What will truly upset those with any knowledge of the period, of course, is why Hodge had to pick on Bulgakov. Weren't there enough real collaborators in 1930s Russia without selecting a genius who was unscrupulous enough to wish to remain both alive and professionally active? Julie Curtis, a British Bulgakov expert who advised on the play, admitted in print that Bulgakov's four-act play on Stalin's revolutionary youth, Batum, was the 'the one act which has come close to tarnishing his reputation' (particularly because it was NOT written under duress). She adds, however, that '[o]n the whole, Bulgakov can be said to have preserved his political integrity'; she gives the example of a letter Bulgakov wrote directly to Stalin in defence of his friend, the exiled playwright Nikolai Erdman (Curtis, Bulgakov's Last Decade, 1987, p.205), as late as 1938. In a diary entry for 17 August 1939, the day rehearsals for the play were abruptly and cruelly cancelled, Elena Bulgakova wrote in her diary that the excuse given for cancellation was that the fictionalization of Stalin was viewed from 'above' as unacceptable, and also as a transparent ruse to regain status. 'How could it be proved', she wrote, 'that M.A. had no intention of building any bridges, but simply wanted, as a dramatist, to write a play with material he found interesting because of the material, and with a hero, and that the play should not lie in his desk drawer, but should be performed on stage?!' (Manuscripts Don't Burn: A Life in Letters and Diaries, ed. Curtis, 1991, p. 288). Bulgakov had long resigned himself to the truth that his real work, his 'sunset novel', would remain unpublished.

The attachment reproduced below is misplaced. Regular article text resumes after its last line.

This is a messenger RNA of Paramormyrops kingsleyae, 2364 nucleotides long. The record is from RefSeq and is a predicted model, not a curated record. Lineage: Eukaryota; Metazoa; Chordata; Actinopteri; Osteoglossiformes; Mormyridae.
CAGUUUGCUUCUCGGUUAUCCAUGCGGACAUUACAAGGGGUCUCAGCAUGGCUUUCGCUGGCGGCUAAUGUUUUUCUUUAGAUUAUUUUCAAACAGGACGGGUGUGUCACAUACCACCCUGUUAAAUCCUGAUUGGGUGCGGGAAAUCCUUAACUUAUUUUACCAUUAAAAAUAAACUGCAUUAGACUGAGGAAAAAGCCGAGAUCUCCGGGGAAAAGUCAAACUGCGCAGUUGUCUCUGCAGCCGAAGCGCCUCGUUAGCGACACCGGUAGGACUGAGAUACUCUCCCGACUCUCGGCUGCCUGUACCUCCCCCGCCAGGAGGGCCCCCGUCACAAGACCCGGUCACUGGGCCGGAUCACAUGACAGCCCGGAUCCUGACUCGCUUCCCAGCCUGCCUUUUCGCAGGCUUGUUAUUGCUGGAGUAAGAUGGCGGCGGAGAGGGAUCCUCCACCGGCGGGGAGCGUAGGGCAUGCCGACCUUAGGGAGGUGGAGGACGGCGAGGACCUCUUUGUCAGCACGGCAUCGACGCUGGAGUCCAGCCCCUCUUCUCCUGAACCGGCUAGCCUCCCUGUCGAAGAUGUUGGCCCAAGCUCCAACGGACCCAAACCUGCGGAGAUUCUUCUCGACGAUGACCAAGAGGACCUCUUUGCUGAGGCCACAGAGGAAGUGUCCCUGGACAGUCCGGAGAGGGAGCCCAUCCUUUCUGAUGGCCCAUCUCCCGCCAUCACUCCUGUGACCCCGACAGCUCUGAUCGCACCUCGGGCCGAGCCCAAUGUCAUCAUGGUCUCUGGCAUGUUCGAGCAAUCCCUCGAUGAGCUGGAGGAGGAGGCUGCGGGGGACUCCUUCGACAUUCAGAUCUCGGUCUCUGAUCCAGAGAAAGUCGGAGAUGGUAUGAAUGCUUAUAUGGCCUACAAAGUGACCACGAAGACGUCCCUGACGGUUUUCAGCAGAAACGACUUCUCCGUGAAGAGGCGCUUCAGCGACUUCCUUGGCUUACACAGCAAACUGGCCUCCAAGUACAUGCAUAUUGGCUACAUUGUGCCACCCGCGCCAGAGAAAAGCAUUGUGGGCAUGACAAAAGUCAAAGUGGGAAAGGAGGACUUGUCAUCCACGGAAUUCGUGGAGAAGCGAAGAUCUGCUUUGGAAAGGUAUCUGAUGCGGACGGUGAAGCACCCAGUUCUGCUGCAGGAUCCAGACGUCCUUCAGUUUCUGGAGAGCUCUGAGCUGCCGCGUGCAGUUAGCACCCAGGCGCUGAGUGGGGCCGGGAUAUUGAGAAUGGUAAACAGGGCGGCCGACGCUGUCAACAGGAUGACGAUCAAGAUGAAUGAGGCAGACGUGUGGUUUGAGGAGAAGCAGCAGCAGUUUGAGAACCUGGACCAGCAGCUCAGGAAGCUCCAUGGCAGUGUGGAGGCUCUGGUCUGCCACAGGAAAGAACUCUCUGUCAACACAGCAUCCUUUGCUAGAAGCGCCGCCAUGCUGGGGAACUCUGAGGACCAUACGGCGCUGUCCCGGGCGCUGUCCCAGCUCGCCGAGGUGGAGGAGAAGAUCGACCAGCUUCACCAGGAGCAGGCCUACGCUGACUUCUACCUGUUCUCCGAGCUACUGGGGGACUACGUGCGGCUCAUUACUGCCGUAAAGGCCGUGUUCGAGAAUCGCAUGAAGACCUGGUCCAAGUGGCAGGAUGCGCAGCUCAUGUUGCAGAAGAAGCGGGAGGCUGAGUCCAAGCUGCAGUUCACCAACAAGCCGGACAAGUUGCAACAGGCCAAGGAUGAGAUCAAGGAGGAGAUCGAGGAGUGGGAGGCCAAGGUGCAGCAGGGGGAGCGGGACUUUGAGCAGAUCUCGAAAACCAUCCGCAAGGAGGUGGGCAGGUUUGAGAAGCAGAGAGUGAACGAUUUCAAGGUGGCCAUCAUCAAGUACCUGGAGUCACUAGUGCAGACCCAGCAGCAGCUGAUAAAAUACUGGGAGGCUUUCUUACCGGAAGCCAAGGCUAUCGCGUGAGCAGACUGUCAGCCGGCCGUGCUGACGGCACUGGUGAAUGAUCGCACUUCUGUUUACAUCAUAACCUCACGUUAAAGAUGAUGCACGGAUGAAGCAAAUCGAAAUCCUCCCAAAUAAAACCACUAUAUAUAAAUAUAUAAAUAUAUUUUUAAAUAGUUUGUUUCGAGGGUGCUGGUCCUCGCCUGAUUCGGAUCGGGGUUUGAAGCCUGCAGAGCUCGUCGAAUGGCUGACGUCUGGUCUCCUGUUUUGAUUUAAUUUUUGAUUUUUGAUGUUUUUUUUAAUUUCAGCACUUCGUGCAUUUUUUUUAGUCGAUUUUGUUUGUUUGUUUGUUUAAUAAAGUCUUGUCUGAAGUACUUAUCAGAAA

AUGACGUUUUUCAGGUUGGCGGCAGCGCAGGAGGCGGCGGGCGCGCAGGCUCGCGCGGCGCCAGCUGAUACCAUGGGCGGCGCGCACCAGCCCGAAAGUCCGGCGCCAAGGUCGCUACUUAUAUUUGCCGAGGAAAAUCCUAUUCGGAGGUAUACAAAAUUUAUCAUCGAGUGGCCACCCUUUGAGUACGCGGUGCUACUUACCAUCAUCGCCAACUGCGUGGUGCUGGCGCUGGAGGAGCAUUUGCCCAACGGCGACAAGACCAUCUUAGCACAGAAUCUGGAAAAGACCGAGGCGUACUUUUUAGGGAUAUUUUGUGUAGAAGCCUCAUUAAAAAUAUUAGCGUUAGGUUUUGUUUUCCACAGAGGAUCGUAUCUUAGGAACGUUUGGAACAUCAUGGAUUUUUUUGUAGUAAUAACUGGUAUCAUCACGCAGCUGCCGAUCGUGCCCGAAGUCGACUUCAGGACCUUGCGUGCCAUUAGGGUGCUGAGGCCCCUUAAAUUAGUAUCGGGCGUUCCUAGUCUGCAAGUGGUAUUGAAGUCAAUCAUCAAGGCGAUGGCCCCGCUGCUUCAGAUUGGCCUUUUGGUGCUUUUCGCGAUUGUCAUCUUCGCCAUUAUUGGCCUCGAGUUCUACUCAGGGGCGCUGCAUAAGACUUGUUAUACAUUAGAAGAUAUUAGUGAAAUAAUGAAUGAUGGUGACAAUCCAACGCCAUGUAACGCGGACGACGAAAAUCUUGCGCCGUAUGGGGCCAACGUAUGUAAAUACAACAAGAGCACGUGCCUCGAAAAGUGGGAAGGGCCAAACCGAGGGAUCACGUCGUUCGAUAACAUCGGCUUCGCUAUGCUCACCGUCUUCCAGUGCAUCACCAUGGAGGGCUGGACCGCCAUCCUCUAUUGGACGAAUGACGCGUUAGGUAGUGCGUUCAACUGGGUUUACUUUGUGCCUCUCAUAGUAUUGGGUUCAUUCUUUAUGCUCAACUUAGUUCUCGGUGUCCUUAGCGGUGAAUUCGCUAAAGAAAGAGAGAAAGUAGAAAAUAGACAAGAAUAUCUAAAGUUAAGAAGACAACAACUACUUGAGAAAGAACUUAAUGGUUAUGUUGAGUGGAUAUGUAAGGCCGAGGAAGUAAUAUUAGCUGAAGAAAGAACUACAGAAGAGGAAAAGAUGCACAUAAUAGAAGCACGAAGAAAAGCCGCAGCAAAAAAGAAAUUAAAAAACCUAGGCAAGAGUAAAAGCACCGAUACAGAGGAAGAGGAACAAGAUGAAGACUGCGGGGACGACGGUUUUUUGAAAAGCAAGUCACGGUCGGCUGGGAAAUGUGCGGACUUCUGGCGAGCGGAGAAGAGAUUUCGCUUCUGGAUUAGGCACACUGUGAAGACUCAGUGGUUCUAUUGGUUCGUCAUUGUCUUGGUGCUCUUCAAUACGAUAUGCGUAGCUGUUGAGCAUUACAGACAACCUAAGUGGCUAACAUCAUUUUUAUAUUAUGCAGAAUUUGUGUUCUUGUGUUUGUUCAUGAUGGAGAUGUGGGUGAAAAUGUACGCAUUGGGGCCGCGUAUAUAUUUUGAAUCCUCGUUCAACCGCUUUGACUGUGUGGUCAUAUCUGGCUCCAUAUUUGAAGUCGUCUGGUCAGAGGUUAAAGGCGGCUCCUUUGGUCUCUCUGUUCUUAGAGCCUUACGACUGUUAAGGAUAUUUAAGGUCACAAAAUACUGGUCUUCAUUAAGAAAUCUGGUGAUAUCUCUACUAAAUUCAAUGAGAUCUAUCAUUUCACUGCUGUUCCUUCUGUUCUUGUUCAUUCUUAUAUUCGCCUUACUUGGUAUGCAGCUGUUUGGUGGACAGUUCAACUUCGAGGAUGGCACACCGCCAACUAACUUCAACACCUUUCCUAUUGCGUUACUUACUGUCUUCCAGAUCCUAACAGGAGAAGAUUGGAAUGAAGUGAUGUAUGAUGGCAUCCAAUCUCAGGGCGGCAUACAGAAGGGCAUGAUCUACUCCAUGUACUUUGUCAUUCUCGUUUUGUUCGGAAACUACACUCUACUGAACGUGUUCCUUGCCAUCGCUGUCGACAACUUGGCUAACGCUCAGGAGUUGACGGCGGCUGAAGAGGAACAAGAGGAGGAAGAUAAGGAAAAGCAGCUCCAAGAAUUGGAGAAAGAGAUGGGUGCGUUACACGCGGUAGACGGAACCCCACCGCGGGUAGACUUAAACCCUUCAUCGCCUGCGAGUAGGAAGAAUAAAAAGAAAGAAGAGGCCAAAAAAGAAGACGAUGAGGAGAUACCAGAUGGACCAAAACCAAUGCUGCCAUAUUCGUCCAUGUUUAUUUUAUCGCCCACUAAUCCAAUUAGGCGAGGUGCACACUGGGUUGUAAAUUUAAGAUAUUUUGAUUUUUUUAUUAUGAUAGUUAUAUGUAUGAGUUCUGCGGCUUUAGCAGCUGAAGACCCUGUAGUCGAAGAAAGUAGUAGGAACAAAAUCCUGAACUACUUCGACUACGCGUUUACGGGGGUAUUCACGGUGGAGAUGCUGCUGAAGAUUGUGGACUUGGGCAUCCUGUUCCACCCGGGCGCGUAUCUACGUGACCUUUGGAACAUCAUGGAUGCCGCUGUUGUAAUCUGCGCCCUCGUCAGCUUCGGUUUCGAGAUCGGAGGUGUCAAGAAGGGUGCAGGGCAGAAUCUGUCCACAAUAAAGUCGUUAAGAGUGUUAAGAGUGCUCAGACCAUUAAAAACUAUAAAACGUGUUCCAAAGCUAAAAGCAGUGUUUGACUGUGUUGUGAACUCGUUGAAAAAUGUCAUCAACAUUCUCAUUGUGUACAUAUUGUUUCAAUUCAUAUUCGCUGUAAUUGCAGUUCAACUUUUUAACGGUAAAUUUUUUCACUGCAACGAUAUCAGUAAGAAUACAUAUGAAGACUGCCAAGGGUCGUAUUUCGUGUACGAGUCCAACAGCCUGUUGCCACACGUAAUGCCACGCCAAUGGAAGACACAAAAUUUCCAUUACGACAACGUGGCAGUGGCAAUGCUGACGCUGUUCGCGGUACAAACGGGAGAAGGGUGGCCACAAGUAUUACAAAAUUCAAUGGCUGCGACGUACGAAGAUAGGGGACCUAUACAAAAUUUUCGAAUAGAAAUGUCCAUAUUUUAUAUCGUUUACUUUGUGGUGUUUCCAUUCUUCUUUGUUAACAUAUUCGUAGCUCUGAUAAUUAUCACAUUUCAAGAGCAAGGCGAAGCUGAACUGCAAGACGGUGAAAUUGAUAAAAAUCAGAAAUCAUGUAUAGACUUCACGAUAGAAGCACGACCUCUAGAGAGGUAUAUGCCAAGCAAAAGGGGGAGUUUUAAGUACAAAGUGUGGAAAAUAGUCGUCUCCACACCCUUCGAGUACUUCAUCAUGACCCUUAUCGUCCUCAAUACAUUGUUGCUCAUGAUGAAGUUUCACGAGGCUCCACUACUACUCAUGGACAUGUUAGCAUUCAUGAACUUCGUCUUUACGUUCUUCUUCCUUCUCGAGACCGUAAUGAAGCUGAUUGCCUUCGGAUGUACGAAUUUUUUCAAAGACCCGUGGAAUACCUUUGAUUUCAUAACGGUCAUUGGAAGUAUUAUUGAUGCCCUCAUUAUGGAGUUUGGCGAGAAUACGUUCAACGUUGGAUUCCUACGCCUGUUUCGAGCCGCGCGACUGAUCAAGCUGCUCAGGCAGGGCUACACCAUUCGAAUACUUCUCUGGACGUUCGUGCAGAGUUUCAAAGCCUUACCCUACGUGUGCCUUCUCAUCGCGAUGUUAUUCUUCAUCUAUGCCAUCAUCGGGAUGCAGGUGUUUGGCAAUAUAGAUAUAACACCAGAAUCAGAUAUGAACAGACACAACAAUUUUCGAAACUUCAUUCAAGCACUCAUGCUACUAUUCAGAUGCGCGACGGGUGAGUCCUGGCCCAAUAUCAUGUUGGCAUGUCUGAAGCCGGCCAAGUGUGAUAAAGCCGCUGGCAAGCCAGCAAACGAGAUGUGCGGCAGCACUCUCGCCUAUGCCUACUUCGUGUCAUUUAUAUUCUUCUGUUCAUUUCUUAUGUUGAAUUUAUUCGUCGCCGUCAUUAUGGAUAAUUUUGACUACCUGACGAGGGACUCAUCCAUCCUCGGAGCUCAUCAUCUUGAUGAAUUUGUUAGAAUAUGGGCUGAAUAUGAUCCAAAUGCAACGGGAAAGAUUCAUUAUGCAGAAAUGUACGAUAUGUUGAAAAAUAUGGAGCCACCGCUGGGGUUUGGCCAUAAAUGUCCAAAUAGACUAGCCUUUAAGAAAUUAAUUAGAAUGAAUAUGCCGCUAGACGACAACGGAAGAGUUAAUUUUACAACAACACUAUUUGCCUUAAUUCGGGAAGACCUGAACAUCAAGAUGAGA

John Hodge looking Stalinist
The Collaborators cleverly evokes The Master and Margarita (and Teatral'nyi roman) without ever mentioning either, by weaving (distorted) fragments from both Molière and Batum into its structure: two plays-within-a-play in apparent homage to Bulgakov's novel's alternation between historical fallacy and contemporary fantasy. One character even comments 'Didn't someone say manuscripts don't burn?'. The closing citation from Molière ('The reason for his death was the king's displeasure') is as poignantly profound as you wish to make it (although those aforementioned historians will have already left the building). Another silent but pervasive presence  is the agency which actually effects violence, punishment, and social transformation. Who runs the system? Stalin? Bulgakov? Is it Marcus Cunningham's lividly evil Stepa, the NKVD bodyguard-turned-psychopath? Is it the victims who 'collaborate' in their own destruction by signing false confessions? Make no mistake: The Collaborators is neither stupid nor simplistic. But it perpetuates a crime of conscience: turning its audience into collaborators in the defamation of a great twentieth-century author. Hodge recently had the front to 'insist' to the Guardian that 'this is Bulgakov's story, not his own'. It's neither.


  1. Good lord, that sounds awful. Why do people feel the need to blackguard historical figures that way? Can't they just invent someone to bear the weight of their simplistic ideas?